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Required Gun Modifications – 131

When people get into competitive shooting, they inevitably fall into the trap of buying more gear to try and get better, instead of putting in the time to practice and become a better shooter. We’ve both been down this road, and now that we’re on the other side of it we’ve realized that for the most part, the modifications just aren’t worth the money invested. However, there are a couple modifications that you’ll probably need on most guns that you choose to shoot in competition.

  • Sights. With the exception of just a couple pistols, most guns will need a set of sights to really be competitive. Ben says that you really can’t spend too much money on a good set of sights. They’re the only thing you’re looking at on the gun when shooting it, so they’re pretty important.

  • Trigger. Basically, you need a trigger that doesn’t suck. It doesn’t have to be this super tricked out such and such that the elite tactical III% operators use, it just needs to be good enough. Short-ish, crisp-ish, somewhere under 5-6lbs is a good baseline.

That’s really about it.


About Lucas

Editor/Head Honcho at Triangle Tactical. Lucas is a life long shooter and outdoorsman, avid concealed carrier and competitive shooter, and a lover of pork fat.


  1. Pretty good podcast (except maybe for the irritating, high-pitched whine that started about the 51:30 mark).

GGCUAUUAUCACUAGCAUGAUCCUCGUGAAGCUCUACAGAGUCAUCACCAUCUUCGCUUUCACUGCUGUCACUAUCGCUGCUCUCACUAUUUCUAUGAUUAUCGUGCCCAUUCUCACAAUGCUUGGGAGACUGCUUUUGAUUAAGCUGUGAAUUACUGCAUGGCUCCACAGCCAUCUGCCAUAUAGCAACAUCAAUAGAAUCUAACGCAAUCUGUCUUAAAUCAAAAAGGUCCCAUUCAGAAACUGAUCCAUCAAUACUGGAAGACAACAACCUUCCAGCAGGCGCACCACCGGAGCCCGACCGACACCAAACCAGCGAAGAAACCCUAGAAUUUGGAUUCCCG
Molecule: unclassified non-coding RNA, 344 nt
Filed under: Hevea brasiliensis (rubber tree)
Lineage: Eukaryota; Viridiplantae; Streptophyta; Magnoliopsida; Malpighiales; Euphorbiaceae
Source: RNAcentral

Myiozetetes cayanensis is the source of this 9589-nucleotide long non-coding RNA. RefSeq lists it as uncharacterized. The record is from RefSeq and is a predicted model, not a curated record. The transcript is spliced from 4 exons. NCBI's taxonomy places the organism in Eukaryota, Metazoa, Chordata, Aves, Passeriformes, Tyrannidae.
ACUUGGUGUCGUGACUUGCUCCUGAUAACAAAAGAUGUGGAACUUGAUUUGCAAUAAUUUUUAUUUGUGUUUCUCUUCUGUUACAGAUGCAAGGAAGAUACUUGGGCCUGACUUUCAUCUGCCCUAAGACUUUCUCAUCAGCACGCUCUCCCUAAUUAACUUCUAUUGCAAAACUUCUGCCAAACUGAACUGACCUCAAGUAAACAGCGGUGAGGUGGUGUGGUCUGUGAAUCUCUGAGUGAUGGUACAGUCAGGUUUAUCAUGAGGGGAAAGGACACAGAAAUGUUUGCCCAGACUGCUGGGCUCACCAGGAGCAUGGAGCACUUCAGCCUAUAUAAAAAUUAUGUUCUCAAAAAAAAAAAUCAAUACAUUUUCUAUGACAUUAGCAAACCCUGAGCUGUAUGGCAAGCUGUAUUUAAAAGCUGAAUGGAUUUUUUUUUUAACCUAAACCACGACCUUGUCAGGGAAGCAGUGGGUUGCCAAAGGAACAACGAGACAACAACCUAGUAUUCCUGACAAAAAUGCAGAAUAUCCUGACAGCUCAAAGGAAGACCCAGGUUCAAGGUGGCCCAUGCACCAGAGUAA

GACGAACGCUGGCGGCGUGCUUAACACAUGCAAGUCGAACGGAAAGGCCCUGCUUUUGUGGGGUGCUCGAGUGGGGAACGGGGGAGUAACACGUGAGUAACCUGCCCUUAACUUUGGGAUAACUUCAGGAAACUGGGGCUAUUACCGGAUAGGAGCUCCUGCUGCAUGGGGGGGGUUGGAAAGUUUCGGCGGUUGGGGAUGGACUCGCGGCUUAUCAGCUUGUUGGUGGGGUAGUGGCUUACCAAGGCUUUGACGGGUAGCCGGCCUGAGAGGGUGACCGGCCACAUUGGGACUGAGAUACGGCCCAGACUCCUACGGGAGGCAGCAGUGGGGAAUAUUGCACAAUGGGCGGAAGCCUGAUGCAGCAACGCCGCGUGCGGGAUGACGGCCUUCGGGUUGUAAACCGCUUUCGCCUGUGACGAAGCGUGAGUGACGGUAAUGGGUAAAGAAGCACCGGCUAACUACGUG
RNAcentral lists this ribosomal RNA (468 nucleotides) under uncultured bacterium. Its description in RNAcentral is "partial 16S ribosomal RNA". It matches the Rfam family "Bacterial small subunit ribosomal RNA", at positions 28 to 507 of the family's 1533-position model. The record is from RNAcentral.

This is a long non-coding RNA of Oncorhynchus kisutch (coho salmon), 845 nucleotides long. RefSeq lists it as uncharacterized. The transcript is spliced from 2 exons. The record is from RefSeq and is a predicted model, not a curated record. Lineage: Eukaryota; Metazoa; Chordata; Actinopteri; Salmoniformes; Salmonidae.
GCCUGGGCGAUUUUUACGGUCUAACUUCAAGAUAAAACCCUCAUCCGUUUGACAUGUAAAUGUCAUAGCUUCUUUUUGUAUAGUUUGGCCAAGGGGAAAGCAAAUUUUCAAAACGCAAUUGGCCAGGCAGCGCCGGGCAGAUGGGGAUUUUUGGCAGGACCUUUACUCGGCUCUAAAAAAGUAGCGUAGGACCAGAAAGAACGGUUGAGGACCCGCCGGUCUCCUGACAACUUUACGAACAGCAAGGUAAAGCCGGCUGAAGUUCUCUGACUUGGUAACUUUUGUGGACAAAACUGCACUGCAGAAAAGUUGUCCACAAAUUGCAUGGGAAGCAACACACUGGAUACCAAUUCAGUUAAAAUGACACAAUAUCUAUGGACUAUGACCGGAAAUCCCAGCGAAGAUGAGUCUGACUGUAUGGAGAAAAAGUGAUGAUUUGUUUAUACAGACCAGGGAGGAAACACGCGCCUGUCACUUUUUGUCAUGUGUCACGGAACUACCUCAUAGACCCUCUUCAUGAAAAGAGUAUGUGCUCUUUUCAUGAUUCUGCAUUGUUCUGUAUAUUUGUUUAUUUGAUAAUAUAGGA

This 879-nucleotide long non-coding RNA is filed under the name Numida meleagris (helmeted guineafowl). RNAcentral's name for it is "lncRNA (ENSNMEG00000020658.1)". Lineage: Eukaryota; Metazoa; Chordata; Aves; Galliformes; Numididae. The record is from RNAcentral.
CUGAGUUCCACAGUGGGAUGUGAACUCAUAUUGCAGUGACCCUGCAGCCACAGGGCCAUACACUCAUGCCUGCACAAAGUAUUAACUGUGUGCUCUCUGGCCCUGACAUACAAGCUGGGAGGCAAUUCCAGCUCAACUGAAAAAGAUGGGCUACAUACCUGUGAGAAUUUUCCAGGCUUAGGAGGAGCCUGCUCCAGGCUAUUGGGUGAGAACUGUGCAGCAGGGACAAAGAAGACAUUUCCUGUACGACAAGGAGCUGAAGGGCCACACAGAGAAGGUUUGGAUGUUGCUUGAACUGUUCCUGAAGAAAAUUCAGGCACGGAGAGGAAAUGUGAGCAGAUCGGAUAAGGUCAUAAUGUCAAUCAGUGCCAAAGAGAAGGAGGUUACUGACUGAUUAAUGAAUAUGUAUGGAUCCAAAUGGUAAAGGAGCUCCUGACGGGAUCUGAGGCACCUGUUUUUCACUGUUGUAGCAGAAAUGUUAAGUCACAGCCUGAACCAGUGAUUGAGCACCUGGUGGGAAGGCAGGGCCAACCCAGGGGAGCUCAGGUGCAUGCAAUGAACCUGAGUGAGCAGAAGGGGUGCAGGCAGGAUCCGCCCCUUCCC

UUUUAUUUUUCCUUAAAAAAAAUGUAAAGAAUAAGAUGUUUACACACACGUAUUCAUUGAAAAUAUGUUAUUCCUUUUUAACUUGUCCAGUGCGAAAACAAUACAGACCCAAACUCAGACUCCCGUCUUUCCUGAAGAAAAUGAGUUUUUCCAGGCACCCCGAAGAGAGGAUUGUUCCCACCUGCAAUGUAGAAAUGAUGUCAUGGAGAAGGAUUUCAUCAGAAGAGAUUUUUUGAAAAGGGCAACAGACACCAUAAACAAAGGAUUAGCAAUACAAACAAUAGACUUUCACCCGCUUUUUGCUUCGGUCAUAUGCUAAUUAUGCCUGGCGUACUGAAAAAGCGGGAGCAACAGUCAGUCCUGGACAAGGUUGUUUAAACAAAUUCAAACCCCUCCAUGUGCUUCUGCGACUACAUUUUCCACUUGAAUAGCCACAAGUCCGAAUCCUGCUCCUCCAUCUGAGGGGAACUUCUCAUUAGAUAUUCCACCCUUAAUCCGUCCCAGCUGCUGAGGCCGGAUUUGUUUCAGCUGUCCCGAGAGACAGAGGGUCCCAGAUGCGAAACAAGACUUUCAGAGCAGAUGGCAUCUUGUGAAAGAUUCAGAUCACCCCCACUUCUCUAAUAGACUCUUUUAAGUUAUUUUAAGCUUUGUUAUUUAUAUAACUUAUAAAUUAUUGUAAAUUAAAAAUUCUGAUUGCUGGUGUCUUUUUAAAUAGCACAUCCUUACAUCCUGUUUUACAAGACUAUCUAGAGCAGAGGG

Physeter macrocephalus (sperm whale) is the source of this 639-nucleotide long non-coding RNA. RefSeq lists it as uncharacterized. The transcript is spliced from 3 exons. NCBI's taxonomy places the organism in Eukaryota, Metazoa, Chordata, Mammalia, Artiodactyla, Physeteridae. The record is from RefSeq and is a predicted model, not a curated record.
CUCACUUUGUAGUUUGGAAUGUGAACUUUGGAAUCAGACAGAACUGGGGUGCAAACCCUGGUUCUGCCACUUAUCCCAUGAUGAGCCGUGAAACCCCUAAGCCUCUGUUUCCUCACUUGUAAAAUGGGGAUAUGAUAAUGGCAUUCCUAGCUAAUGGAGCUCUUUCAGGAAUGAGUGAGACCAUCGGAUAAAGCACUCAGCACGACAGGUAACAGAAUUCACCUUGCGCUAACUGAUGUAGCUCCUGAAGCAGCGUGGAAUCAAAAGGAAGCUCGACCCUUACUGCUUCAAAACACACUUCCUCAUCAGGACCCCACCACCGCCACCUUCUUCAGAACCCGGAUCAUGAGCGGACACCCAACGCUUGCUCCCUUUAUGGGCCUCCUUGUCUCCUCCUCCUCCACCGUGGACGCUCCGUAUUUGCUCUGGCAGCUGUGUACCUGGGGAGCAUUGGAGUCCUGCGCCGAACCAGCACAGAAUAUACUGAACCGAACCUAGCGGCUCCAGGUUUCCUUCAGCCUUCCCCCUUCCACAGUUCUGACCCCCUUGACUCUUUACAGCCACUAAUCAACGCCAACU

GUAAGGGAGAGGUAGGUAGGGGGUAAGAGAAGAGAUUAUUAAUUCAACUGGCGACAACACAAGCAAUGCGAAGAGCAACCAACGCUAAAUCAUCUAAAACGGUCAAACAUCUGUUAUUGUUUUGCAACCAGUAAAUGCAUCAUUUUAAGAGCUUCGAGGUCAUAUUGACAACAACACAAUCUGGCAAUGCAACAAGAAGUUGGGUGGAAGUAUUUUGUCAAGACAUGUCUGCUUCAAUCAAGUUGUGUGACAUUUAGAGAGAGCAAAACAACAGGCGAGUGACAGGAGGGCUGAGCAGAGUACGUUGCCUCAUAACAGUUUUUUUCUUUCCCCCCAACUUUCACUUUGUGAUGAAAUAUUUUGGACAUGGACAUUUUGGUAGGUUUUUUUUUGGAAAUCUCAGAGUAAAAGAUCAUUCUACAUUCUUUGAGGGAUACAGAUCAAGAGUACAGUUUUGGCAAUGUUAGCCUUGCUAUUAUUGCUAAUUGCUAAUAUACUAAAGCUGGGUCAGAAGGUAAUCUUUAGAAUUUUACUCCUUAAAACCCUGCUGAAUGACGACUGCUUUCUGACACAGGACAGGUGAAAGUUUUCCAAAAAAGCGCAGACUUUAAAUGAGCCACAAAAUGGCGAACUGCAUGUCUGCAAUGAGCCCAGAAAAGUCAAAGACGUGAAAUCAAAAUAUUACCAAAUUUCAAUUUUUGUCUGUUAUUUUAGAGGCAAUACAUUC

The only other mod I’d mention is skate tape; a lot of guns — even a carry gun — will benefit from a little patch of the stuff where the heel of the hand sits on the grip. Obviously, I wouldn’t put any on the inside part of a carry gun (ouch!), but it’s a cheap, handy way to improve the grab, especially on guns featuring inadequate texturing (like the Gen 3 Glocks).

  2. Hey Luke and Ben, great comments about standardized commands. Sticking to the script means that you know what to expect and it’s easier to keep everyone safe.

    Two examples from a past life where this worked and maybe not so well. My last parachute jump, a few years ago, was with the South Korean special forces. Korean helicopters, Korean jumpmasters, English commands. No issues and a good jump. Everyone understood what was going on and knew what they were supposed to do.

    Another jump, this time from a USAF cargo jet. The normal command to jump is “GO!” This time the jumpmaster pointed to the second lieutenant in front of me and yelled, “GREEN LIGHT!” No movement. “GREEN LIGHT!” No movement. Finally, I pushed, he yelled GO, and we all left. On the ground the lieutenant said that she thought that they only said GREEN LIGHT in the movies. If the jumpmaster had said GO, even the new lieutenant, nervous or not, would have known what to do. (rifle shot on steel)

    You guys do a great job and it’s much appreciated. Keep up the good work. Your work is increasingly professional but, you know what, I don’t care how slick it is. You’re informative AND entertaining. You teach me something every episode.

    Keep up the good work.


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